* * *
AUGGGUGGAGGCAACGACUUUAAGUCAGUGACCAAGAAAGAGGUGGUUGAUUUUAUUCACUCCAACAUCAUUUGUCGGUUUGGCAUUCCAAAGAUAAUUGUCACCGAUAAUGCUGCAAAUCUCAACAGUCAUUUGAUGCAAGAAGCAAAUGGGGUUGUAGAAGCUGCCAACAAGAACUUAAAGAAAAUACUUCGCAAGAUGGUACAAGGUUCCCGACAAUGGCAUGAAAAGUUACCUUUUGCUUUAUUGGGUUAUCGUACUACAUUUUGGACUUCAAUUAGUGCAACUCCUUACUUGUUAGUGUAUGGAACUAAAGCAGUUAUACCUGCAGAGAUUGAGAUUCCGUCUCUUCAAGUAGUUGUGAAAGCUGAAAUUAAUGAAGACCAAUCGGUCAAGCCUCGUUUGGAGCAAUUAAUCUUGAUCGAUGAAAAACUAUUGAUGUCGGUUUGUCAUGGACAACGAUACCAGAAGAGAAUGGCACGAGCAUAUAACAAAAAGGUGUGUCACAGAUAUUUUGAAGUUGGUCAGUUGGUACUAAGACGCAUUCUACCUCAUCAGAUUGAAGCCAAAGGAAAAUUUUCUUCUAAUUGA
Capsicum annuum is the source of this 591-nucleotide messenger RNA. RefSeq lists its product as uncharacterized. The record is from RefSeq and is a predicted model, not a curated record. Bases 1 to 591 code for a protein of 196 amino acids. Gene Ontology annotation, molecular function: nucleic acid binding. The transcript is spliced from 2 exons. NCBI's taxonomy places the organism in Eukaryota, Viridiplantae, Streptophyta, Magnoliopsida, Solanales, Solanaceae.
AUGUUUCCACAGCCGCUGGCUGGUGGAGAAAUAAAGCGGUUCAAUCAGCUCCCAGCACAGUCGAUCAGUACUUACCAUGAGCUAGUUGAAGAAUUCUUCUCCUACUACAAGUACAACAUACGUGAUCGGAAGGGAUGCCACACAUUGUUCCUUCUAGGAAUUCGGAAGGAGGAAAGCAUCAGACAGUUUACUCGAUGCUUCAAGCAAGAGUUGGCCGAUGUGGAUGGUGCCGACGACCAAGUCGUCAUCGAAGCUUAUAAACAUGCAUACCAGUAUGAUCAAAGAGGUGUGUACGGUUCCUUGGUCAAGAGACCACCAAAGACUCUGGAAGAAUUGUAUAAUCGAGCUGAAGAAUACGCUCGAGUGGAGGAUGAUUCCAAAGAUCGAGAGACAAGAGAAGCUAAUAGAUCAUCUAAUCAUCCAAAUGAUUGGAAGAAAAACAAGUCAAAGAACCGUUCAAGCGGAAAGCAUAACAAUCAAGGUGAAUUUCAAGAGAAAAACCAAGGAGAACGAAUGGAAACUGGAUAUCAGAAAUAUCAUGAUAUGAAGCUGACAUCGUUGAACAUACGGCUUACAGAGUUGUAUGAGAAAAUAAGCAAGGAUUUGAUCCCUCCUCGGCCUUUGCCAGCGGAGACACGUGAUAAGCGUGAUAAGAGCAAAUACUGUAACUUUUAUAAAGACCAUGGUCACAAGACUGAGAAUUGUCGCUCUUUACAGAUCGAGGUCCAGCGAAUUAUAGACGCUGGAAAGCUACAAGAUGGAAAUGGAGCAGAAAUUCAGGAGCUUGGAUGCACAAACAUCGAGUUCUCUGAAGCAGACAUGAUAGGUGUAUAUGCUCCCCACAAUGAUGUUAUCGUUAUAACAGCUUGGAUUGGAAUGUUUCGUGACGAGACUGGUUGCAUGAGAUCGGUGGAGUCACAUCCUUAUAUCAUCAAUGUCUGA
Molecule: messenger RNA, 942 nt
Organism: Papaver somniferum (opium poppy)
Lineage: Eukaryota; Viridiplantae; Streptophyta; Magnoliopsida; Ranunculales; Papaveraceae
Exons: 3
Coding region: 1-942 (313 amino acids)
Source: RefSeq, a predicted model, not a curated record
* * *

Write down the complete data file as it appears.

AUGGGUGGAGGCAACGACUUUAAGUCAGUGACCAAGAAAGAGGUGGUUGAUUUUAUUCACUCCAACAUCAUUUGUCGGUUUGGCAUUCCAAAGAUAAUUGUCACCGAUAAUGCUGCAAAUCUCAACAGUCAUUUGAUGCAAGAAGCAAAUGGGGUUGUAGAAGCUGCCAACAAGAACUUAAAGAAAAUACUUCGCAAGAUGGUACAAGGUUCCCGACAAUGGCAUGAAAAGUUACCUUUUGCUUUAUUGGGUUAUCGUACUACAUUUUGGACUUCAAUUAGUGCAACUCCUUACUUGUUAGUGUAUGGAACUAAAGCAGUUAUACCUGCAGAGAUUGAGAUUCCGUCUCUUCAAGUAGUUGUGAAAGCUGAAAUUAAUGAAGACCAAUCGGUCAAGCCUCGUUUGGAGCAAUUAAUCUUGAUCGAUGAAAAACUAUUGAUGUCGGUUUGUCAUGGACAACGAUACCAGAAGAGAAUGGCACGAGCAUAUAACAAAAAGGUGUGUCACAGAUAUUUUGAAGUUGGUCAGUUGGUACUAAGACGCAUUCUACCUCAUCAGAUUGAAGCCAAAGGAAAAUUUUCUUCUAAUUGA
Capsicum annuum is the source of this 591-nucleotide messenger RNA. RefSeq lists its product as uncharacterized. The record is from RefSeq and is a predicted model, not a curated record. Bases 1 to 591 code for a protein of 196 amino acids. Gene Ontology annotation, molecular function: nucleic acid binding. The transcript is spliced from 2 exons. NCBI's taxonomy places the organism in Eukaryota, Viridiplantae, Streptophyta, Magnoliopsida, Solanales, Solanaceae.
AUGUUUCCACAGCCGCUGGCUGGUGGAGAAAUAAAGCGGUUCAAUCAGCUCCCAGCACAGUCGAUCAGUACUUACCAUGAGCUAGUUGAAGAAUUCUUCUCCUACUACAAGUACAACAUACGUGAUCGGAAGGGAUGCCACACAUUGUUCCUUCUAGGAAUUCGGAAGGAGGAAAGCAUCAGACAGUUUACUCGAUGCUUCAAGCAAGAGUUGGCCGAUGUGGAUGGUGCCGACGACCAAGUCGUCAUCGAAGCUUAUAAACAUGCAUACCAGUAUGAUCAAAGAGGUGUGUACGGUUCCUUGGUCAAGAGACCACCAAAGACUCUGGAAGAAUUGUAUAAUCGAGCUGAAGAAUACGCUCGAGUGGAGGAUGAUUCCAAAGAUCGAGAGACAAGAGAAGCUAAUAGAUCAUCUAAUCAUCCAAAUGAUUGGAAGAAAAACAAGUCAAAGAACCGUUCAAGCGGAAAGCAUAACAAUCAAGGUGAAUUUCAAGAGAAAAACCAAGGAGAACGAAUGGAAACUGGAUAUCAGAAAUAUCAUGAUAUGAAGCUGACAUCGUUGAACAUACGGCUUACAGAGUUGUAUGAGAAAAUAAGCAAGGAUUUGAUCCCUCCUCGGCCUUUGCCAGCGGAGACACGUGAUAAGCGUGAUAAGAGCAAAUACUGUAACUUUUAUAAAGACCAUGGUCACAAGACUGAGAAUUGUCGCUCUUUACAGAUCGAGGUCCAGCGAAUUAUAGACGCUGGAAAGCUACAAGAUGGAAAUGGAGCAGAAAUUCAGGAGCUUGGAUGCACAAACAUCGAGUUCUCUGAAGCAGACAUGAUAGGUGUAUAUGCUCCCCACAAUGAUGUUAUCGUUAUAACAGCUUGGAUUGGAAUGUUUCGUGACGAGACUGGUUGCAUGAGAUCGGUGGAGUCACAUCCUUAUAUCAUCAAUGUCUGA
Molecule: messenger RNA, 942 nt
Organism: Papaver somniferum (opium poppy)
Lineage: Eukaryota; Viridiplantae; Streptophyta; Magnoliopsida; Ranunculales; Papaveraceae
Exons: 3
Coding region: 1-942 (313 amino acids)
Source: RefSeq, a predicted model, not a curated record